Sign in with
Sign up | Sign in
Your question

Grounding self during build.

Tags:
  • Power Supplies
  • Cases
  • Build
  • Components
Last response: in Components
Share
January 1, 2012 3:11:24 PM

I'm going to be building a computer pretty soon, but I have noticed that my case is entirely painted black (inside & out) (so is the power supply exterior), so how exactly would I be able to ground myself while putting everything together? I don't have an antistatic wriststrap, so how would I accomplish this? I would like to test the MOBO before I install it in the case, so could I just install the PSU, connect it to the wall, turn it off, and just work on it that way?

Thanks,
Mike

More about : grounding build

a c 104 ) Power supply
January 1, 2012 3:25:24 PM

Check out homebuild for a build guide if you want to,
Sections three and four are handy
http://www.amazon.co.uk/dp/B002NV81DW/ref=asc_df_B002NV...

but generally, I'd say don't build on carpet, (or stand on carpet whilst building),
don't have anything electronic nearby (3ft or closer) like mobile phone/speakers etc
build on wooden desk or cardboard if you can,
You should be fine as long as you aren't rubbing your feet/socks together and intentionally building up a charge though :p 
Moto
m
0
l
January 1, 2012 4:15:21 PM

^all good advice.
I wouldn't connect the PSU to the wall until you have everything set up and are ready to test it out. One of those 'better safe than sorry' things.
As long as you touch metal regularly throughout the build to discharge you should be fine. The back of the case, or even something not on the case should work.
m
0
l
Related resources
January 1, 2012 7:54:19 PM

Quote:
As long as you touch metal regularly throughout the build to discharge you should be fine. The back of the case, or even something not on the case should work.

How would this work if the case is not properly grounded? Put the PSU in, switch it off, plug it in. This will ground the PSU which in turn will ground the case.
m
0
l
a c 104 ) Power supply
January 1, 2012 8:21:41 PM

It works because if there is a difference between the charge in you and the charge in the case then charge travels into the lower of the two,
that is the basic 'static' discharge principle,
if the case was grounded then it would be preferable but the charge will still travel into the lower charged party to try getting to ground.
same thing when you hook up a flat car battery to another to boost start it, you give them a few minutes whilst connected to equalise before trying to start.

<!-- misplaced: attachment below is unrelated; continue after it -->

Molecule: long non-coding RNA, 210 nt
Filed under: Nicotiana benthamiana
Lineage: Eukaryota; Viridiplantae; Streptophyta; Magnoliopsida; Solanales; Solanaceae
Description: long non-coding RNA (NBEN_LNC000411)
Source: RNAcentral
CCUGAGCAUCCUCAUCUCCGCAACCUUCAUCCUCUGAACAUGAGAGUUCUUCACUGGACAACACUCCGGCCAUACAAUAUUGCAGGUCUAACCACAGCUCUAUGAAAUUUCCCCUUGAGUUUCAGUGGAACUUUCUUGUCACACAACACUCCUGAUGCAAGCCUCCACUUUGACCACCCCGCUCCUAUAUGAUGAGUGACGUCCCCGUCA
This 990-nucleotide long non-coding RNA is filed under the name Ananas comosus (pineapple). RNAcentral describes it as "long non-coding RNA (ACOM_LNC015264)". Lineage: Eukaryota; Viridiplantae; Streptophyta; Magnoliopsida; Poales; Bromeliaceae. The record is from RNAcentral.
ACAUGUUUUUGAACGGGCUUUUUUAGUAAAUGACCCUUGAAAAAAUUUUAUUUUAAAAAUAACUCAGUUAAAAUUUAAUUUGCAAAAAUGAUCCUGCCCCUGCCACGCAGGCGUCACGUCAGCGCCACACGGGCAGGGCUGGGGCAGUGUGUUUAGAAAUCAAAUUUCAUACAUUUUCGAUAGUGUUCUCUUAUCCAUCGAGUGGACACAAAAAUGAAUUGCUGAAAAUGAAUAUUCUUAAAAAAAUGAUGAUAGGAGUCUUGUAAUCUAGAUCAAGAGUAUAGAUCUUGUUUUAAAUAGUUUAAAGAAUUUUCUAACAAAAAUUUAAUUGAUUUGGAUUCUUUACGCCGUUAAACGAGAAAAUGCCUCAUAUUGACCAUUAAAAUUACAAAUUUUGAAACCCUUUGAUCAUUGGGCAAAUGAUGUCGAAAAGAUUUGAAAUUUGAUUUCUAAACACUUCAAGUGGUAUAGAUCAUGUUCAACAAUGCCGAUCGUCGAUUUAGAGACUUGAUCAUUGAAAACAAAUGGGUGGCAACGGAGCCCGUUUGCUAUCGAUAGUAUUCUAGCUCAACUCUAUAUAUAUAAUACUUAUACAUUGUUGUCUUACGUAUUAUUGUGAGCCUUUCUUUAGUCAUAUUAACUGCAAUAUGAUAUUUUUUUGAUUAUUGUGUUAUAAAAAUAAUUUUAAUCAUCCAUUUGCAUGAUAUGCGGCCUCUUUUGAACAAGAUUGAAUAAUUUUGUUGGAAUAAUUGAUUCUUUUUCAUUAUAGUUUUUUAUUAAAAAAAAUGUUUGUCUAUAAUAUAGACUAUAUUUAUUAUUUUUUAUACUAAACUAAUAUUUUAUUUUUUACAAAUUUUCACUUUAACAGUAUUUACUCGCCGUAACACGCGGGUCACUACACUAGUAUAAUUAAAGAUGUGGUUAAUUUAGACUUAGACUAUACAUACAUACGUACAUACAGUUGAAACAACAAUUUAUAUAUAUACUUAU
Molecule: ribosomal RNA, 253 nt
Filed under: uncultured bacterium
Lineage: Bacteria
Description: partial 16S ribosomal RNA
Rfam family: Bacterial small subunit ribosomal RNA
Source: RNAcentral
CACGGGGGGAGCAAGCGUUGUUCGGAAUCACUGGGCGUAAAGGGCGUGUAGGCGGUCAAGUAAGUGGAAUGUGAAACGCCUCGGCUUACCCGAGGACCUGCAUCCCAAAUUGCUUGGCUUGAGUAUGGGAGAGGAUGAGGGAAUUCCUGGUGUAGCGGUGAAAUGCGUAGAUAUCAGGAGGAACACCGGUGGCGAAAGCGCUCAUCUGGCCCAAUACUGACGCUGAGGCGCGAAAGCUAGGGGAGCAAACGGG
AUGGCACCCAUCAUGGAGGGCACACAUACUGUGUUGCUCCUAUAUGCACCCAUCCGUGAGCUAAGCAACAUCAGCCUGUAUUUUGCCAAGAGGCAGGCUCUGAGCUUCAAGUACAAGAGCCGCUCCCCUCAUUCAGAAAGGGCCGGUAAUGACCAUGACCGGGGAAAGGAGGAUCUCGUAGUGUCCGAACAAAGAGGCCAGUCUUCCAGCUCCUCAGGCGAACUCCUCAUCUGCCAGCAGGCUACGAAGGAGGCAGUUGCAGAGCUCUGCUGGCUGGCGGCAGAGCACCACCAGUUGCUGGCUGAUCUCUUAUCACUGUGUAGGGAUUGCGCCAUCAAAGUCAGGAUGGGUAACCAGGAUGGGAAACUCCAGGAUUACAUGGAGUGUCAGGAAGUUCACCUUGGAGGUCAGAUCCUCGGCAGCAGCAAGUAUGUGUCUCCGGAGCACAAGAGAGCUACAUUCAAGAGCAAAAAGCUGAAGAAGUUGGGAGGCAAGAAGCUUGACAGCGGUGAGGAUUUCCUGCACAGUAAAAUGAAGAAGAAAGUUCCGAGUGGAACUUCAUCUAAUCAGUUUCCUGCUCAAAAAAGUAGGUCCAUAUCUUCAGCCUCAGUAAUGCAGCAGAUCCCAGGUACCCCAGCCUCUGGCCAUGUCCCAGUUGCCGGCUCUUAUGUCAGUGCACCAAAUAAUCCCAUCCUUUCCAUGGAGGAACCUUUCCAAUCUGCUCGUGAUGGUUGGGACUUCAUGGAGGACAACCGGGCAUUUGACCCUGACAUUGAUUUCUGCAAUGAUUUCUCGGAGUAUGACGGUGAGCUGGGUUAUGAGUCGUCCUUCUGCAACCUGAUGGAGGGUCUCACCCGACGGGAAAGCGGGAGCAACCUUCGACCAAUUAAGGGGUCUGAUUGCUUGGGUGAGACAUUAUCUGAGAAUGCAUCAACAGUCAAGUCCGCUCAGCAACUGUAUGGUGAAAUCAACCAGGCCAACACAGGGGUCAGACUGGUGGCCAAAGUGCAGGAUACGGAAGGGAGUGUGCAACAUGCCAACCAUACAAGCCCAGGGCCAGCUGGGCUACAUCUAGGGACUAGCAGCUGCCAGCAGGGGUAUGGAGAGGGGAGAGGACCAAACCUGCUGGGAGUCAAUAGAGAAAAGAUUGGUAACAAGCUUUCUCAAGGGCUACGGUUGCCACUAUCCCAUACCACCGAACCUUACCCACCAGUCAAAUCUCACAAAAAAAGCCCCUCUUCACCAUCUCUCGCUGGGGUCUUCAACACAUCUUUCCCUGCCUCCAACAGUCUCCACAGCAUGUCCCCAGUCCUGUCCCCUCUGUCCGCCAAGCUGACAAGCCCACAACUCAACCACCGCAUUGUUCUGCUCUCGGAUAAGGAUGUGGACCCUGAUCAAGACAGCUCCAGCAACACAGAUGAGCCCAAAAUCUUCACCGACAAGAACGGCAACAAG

Moto
m
0
l
a b ) Power supply
January 1, 2012 8:54:32 PM

I just touched the legs of my computer desk every once in a while and everything still works to today.
m
0
l
a c 104 ) Power supply
January 2, 2012 7:48:14 AM

I touched my leg and shuddered, oh wait, wrong forum :p 
Moto
m
0
l
a b ) Power supply
January 2, 2012 8:15:15 AM

nexekho said:

How would this work if the case is not properly grounded? Put the PSU in, switch it off, plug it in. This will ground the PSU which in turn will ground the case.


this is the better way to do it. the case really *should* be grounded. is it probably going to matter? no. but it doesn't hurt anything either. and you are building up a charge on it since its not grounded. you can always go buy a wrist strap from radio shack for a few bucks and clip it to the grounded case as well if you are paranoid. I don't usually bother, but it is winter. low humidity is verybad for ESD. and while I have never shocked a PC component to death without one, I've seen guys fry microcontrollers in lab without enough charge to even feel the shock
m
0
l
a b ) Power supply
January 2, 2012 8:27:10 AM

This is one of those things where back in the good ol' days it was a big issue... Chips back then were alot more susceptible to static(CMOS in particular). But now intel pretty much has their chips bulletproof. I've chucked a couple against a wall and picked it up and ran it just fine.

If I were you, mount the psu, and plug it in to the wall. Leave the back switch in the off position and be merry.
m
0
l
a b ) Power supply
January 2, 2012 9:02:02 AM

The advice of plugging the power supply in the wall for grounding is good as long as your home outlets are actually grounded, but that's really not necessary.

I've been building computers now for over 10 years, I don't concern myself with plugging the power supply in the wall to discharge static electricity, all you need to do is consciously keep one hand on the metal case at all times and paint will not stop a static charge from discharging.

When I setup to test outside the case I always put the M/B on the anti-static bag the M/B comes shipped in, and just keep contact with the table you're working on and you'll be just fine.

Now the exception to the rule is some people have much higher static charges than others, if you are getting shocked at everything you touch and everybody you touch then you may very well be a candidate for getting yourself a wrist strap.
m
0
l
!